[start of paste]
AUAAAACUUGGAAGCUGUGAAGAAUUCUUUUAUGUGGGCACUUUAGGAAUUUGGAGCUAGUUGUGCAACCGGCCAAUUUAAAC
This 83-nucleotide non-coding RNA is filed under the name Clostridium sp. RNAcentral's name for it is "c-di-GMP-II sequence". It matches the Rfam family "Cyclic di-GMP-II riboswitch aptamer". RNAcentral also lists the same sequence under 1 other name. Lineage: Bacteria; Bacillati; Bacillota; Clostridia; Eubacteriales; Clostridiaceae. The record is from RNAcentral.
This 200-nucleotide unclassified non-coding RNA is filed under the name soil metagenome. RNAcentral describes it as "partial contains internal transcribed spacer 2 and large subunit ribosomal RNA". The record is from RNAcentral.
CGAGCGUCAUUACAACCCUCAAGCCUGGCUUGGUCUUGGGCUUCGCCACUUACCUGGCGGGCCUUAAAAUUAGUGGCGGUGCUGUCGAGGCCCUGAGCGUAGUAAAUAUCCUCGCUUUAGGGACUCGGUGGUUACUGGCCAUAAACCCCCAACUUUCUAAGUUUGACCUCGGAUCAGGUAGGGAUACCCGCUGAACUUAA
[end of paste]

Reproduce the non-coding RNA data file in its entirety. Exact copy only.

AUAAAACUUGGAAGCUGUGAAGAAUUCUUUUAUGUGGGCACUUUAGGAAUUUGGAGCUAGUUGUGCAACCGGCCAAUUUAAAC
This 83-nucleotide non-coding RNA is filed under the name Clostridium sp. RNAcentral's name for it is "c-di-GMP-II sequence". It matches the Rfam family "Cyclic di-GMP-II riboswitch aptamer". RNAcentral also lists the same sequence under 1 other name. Lineage: Bacteria; Bacillati; Bacillota; Clostridia; Eubacteriales; Clostridiaceae. The record is from RNAcentral.
This 200-nucleotide unclassified non-coding RNA is filed under the name soil metagenome. RNAcentral describes it as "partial contains internal transcribed spacer 2 and large subunit ribosomal RNA". The record is from RNAcentral.
CGAGCGUCAUUACAACCCUCAAGCCUGGCUUGGUCUUGGGCUUCGCCACUUACCUGGCGGGCCUUAAAAUUAGUGGCGGUGCUGUCGAGGCCCUGAGCGUAGUAAAUAUCCUCGCUUUAGGGACUCGGUGGUUACUGGCCAUAAACCCCCAACUUUCUAAGUUUGACCUCGGAUCAGGUAGGGAUACCCGCUGAACUUAA